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“Stop being concerned with yourself!”

INTERVIEW. Artist and art-networker Thomas Eller, through his past positions at ArtNet, Temporary Kunsthalle and foremost as an artist, has collected lots of experience (not to mention contacts) from the Berlin art landscape.

Image for
The Bubbles – Selbst (Bacchus Version), 2011

Artist and art-networker Thomas Eller on his ego versus his self… and his new “digital baroque” house.

Eller has lived two separate ‘lifetimes’ in Berlin – first from 1985 to 1995, and then again since 2004, with a nine-year stretch in New York in between. Through his past positions as head of the German ArtNet, as one of the directors of the Temporary Kunsthalle, and foremost as an artist, he has collected lots of experience (not to mention contacts) from the Berlin art landscape.

Thomas, you started as an artist who was reputed for his self-portrayal art. Then came curatorial projects, ArtNet and podium discussions – what’s the inner logic?

When I started as an artist I found that there wasn’t any reliable ground to stand on. It was the time of post-punk, the atomic bomb was to be dropped on our heads. “No Future,” “Stop Making Sense”… that was the general feeling we had. In this cultural environment, the only point of departure – really for anything – had to be myself. So I started doing these weird photo sculptures of myself. I wanted to be an empty vessel that could be filled with anything I could relate to. I called this “perfect suspense,” a form of existence in possibilities. That‘s still where I draw my energies from, that black hole at the core of my universe.

You seem to have this aura that exists without a gallery. Any thoughts on this?

“Free your mind and the rest will follow…” – so many people are trapped inside themselves. Ironically they can’t become themselves, because they try too hard. Nietzsche once said: “Höre auf, dich etwas anzugehen!” which translates into “Stop being concerned with yourself!” Which goes completely against all of today’s (self-)branding.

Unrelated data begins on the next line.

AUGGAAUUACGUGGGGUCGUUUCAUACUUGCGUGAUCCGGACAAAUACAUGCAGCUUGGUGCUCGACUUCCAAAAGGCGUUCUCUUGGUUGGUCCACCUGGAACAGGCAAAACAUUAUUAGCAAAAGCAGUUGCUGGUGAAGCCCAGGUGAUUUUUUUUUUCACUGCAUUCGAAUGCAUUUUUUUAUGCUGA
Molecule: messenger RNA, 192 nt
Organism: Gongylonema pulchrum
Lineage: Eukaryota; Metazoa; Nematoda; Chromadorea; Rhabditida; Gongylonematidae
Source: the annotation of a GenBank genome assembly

That’s an ironic statement for someone who’s been infusing not only his personality but his self in his work… as a serial self-portraitist, aren’t you one of those egomaniacs after all?

By mass-producing “myself”, yes, I completely inflate the currency of myself. But in a time of “BIG EGO” as the ultimate resource in a hyper-capitalist society, I am trying to throw the wrench of “self” into this machine. No big ego would ever think of creating so much self-consciousness as I do. The difference between ego and self is that the “self” goes out into to the world and comes back differently because it actually experienced something. Ego just wants to assert itself.

Speaking of egos, who do you think has the real power in the Berlin art landscape?

Power lies in institutions – people give them importance. [Udo] Kittelmann does not give his institutions the importance we would like them to have, which is not entirely his fault. Thomas Köhler has very subtly turned Berlinische Galerie and is continuing to grow its status. Ellen Blumenstein is a strong personality and might turn KW around again. Of course, the private sector is VERY influential. The founders of Gallery Weekend wield enormous power. But none of that really arrives in the Berlin art scene – so how important is it?

In your opinion, does importance in the Berlin art scene transcend to other places?

In fact, Berlin is so fascinatingly multilayered with people from everywhere and all walks of life that it stuns me how most people in the art world still keep staring at the old power pyramid as the only thing to aspire to. Does the MoMA really still hold the holy grail of art? If one places too much importance on the old failing model, one might just miss the world that is alive under the radar of all the power brokers who mostly deal with yesterday’s ideas.

How do you rate Berlin’s level of importance on the world art market?

What’s so wonderful is to see all these lovely people doing what they are doing knowing how difficult it is just to sustain this, not even thinking they could succeed in major ways. New York had something like that and it was killed when the money came flooding in. The only difference is that there is little faculty here to appreciate this. Germans are generally less excitable. In a bigger picture, our time will be seen as the golden age of relatively innocent experimentation. What we need is a little more competition for excellence and ideas. Let’s give people more to think about!

How do you view yourself in this context?

In the 1990s I was actually quite well known as an artist, before I left for 10 years. When I came back so many new people had arrived that didn’t know about me… in an economy of attention, it seems that it doesn’t matter what you do, just how much airtime you get. I am getting good airtime in Berlin, yet I think it is much more important to keep doing what I do – that is why, four years ago, I decided to focus on my artistic practice and leave the institutional world. Why do I matter? Because I am free and I am honest.

What about your latest project, the (digital?) house you are building on Anklamer Straße?

It comes straight out of my deconstruction of photography. We all know that photography really is ideology built into a camera – nobody sees like the camera does. I’m offering to re-examine the monocular organisation of space-time. Which is the other aspect of my artistic work, besides the deconstruction of ego. So… the house project is a digitally baroque strategy of folding a pictorial notion of space onto the architectural actual space, creating a novel idea for how image making can be part of an architectural process. 

Originally published in issue #117, June 2013.